How does bias in AI impact equity on a national and global scale?

Kristen Crawford, Director of Outreach

Bias in AI is presented through the outcomes of machine learning and prediction technology. It is when these figures are implemented into crucial areas of government, healthcare, and finance, that we can see its impact on equity.

Many of the social media apps we use are accessible globally, their algorithms having the same harmful effects no matter where it’s being used. Australian startup company Clearview AI, which gathers data from apps like Youtube and Facebook, has created a facial recognition system that identifies individuals with just a picture. The selling and accessibility of data from companies like Clearview AI can put anyone at risk of being susceptible to biased algorithms at a global level.

It’s not that AI is entirely bad, or evil, it’s the applications that we as youth have noticed in our everyday lives that make us grow fearful for the future. Seeing technology being implemented without proper regulation and risk assessment is scary. There is no consideration of who could be harmed, and now that it’s become so popularized, the victims could be anyone around the world.


Screenshots of headlines detailing racial bias, gender bias, and other biases in artificial intelligence.
Photo credit: Richmond Alake & Towards Data Science

What types of bias do you find are most common in AI?

Pranav Jaganathan, Director of Finance and Technology

I think one of the most common types of bias in AI has to be historical data bias. A lot of machine learning algorithms are trained on historical data as our world relies quite a bit on our mistakes in the past to become better. This becomes a problem when the historical data itself is prejudiced against a certain group of people.

For example, risk assessment tools are used in various courts around the country to determine how likely someone that is convicted would return to crime. Historically, when courts have had to decide that themselves, they have usually been prejudiced towards people of color. By training machine learning algorithms on this historical data set, the risk assessment tool becomes prejudiced against people of color because it takes into account their race, age, type of crime, etc. to make that decision.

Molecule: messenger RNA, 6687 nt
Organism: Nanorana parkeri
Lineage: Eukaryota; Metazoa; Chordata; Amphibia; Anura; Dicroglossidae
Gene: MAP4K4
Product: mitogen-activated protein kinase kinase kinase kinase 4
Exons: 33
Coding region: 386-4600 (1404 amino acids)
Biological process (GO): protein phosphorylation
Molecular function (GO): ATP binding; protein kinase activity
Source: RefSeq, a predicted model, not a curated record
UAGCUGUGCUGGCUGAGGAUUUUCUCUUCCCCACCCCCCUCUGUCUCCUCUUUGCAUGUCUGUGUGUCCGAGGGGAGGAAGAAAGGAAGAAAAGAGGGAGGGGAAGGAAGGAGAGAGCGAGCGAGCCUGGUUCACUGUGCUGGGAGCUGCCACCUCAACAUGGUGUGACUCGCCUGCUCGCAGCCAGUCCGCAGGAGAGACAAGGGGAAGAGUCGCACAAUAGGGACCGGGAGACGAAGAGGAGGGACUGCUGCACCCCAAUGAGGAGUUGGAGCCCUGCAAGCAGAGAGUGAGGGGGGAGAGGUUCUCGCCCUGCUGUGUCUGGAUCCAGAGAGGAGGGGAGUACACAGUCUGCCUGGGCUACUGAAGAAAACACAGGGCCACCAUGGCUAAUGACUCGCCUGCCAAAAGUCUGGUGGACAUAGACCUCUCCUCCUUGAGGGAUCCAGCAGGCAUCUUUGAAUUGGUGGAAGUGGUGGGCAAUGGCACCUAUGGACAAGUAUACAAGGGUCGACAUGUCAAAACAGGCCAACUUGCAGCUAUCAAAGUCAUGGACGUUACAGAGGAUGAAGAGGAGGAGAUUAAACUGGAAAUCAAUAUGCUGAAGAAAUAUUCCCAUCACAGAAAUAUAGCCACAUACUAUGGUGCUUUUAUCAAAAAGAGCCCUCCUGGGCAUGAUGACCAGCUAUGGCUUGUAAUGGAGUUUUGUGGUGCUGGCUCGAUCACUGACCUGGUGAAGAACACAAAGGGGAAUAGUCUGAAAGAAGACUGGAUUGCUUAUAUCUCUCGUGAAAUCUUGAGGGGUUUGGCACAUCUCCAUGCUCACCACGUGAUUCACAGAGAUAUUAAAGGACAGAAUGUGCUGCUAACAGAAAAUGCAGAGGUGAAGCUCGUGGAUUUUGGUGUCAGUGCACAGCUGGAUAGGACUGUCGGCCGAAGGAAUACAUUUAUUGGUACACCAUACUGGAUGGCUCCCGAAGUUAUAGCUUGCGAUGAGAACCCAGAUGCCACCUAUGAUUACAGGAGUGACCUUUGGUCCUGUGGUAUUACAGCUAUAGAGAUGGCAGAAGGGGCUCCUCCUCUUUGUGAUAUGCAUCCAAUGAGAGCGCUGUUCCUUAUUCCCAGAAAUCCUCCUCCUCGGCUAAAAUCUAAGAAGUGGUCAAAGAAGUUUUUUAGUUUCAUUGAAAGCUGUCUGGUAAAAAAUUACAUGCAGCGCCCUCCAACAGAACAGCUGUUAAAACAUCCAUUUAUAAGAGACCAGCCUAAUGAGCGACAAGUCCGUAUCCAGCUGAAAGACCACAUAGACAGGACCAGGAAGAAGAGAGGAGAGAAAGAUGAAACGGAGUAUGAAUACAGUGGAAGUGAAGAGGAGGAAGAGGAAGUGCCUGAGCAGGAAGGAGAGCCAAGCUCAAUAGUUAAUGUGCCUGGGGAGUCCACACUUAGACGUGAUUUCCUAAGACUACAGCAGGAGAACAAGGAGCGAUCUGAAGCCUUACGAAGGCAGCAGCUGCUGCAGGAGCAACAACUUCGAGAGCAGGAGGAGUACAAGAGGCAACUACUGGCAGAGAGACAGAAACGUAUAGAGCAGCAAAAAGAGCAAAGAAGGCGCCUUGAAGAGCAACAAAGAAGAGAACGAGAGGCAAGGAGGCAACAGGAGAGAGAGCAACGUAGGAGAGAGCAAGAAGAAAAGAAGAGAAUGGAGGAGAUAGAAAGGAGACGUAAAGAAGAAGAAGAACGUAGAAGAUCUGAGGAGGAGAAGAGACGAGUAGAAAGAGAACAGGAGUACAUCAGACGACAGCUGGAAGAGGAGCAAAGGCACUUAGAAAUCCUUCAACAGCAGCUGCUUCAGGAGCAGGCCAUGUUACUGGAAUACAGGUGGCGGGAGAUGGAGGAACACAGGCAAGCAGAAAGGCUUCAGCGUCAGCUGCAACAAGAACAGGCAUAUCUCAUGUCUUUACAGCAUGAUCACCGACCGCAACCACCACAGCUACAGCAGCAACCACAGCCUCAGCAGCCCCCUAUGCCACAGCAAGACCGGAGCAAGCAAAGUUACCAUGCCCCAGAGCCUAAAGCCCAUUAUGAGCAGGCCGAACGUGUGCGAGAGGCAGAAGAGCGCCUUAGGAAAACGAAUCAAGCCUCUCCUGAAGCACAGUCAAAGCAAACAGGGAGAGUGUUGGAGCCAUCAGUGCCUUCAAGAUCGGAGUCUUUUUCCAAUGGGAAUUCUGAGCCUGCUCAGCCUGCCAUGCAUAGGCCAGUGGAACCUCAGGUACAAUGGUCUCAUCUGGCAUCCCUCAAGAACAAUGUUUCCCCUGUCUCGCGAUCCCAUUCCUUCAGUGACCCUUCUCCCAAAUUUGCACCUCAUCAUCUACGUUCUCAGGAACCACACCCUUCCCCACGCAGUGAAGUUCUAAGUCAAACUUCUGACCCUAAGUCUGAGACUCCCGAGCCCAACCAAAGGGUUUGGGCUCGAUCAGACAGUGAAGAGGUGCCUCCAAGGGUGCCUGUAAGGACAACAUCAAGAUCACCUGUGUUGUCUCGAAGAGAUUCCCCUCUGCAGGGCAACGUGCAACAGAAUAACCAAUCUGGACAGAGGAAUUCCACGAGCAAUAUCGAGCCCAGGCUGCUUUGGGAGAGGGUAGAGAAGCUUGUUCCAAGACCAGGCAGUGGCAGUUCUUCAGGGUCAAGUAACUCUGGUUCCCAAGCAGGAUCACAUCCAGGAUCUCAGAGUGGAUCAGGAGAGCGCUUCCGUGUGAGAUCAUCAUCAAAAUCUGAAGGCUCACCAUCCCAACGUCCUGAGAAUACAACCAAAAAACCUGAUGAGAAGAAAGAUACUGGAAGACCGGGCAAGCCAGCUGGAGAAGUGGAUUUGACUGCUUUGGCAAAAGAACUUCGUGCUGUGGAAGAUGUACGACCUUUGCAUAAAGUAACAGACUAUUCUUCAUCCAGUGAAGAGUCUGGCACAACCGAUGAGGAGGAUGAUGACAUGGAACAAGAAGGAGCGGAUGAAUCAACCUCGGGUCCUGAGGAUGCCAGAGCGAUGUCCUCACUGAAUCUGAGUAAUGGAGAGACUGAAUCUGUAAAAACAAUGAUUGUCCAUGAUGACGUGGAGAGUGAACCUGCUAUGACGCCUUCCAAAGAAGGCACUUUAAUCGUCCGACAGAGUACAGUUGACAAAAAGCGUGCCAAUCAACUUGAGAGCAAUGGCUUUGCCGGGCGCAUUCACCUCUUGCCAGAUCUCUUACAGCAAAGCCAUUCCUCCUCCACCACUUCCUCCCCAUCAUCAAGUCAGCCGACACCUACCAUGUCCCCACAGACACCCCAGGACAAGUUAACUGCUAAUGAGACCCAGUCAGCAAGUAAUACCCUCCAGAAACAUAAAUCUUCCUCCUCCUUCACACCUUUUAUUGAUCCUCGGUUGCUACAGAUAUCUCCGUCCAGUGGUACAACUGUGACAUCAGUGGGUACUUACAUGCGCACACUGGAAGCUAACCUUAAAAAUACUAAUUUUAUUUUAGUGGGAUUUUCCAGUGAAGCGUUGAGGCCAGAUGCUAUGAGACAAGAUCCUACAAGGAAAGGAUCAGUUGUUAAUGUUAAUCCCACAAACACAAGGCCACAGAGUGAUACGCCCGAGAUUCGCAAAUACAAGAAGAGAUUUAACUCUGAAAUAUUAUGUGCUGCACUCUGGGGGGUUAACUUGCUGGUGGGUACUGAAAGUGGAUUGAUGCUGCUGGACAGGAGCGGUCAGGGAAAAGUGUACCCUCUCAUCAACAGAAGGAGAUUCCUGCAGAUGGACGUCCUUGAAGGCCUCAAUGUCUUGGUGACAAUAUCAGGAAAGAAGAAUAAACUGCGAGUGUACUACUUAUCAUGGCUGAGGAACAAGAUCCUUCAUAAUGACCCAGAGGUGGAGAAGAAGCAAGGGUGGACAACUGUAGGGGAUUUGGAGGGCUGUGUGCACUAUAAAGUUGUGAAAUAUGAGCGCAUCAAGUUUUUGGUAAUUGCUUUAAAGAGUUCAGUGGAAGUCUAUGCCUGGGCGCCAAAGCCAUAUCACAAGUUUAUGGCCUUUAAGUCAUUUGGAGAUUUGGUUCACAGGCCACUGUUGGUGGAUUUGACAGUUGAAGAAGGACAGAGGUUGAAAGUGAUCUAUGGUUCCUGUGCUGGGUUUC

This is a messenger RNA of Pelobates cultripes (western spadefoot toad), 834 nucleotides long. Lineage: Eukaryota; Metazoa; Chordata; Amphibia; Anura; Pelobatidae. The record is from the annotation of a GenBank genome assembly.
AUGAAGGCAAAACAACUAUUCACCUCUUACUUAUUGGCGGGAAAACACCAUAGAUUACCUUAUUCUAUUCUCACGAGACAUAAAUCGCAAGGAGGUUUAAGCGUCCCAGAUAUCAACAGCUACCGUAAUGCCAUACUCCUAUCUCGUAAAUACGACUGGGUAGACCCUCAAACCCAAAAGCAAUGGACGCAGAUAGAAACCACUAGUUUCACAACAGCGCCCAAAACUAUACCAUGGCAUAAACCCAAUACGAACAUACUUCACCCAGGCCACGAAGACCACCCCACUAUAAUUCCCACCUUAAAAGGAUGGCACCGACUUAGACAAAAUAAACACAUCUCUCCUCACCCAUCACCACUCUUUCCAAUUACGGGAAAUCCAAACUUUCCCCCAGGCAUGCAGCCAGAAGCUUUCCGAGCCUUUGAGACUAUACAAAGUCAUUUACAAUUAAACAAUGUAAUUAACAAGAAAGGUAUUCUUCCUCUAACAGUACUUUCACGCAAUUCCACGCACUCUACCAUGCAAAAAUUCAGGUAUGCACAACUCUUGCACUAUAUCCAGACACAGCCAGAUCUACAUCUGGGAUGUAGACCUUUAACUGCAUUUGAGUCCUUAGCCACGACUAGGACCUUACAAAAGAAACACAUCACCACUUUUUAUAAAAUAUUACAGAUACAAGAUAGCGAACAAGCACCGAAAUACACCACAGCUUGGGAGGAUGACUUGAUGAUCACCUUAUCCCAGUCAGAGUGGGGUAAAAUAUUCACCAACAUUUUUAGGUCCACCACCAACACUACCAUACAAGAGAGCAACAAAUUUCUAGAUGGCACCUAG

Another type of bias would definitely be bias of the actual programmer. If they are prejudiced in some way, it could show up in the programming of an algorithm/AI.

Austen Wyche, Director of Advocacy

Often times when artificial intelligence is created for new digital products, creators believe it is nondiscriminatory technology, but it is common for these platforms to discriminate based on race, sex, sexual orientation, ethnicity, skin color, gender identity, and other characteristics that are protected under state and federal laws.

Due to these biases, we see products such as facial recognition technology and ad-delivery services discriminating against people of color, even though it is not the original intent of the program.

Kristen Crawford, Director of Outreach

The common bias we find in AI is racial bias. It’s prevalent in all forms of tech, whether it be used for surveillance or predictive data models. Not to shamelessly plug, but Encode Justice has wonderful articles addressing the issues that fall in between these differing spheres.

It’s present in the medical field, law and order, and even social media. Vox came out with a video titled “Are We Automating Racism?” that pointed out how Twitter specifically highlights and displays lighter faces on its preview of tweeted pictures over faces of darker complexions. This kind of technology is also seen on TikTok with its Beauty Prediction Technology.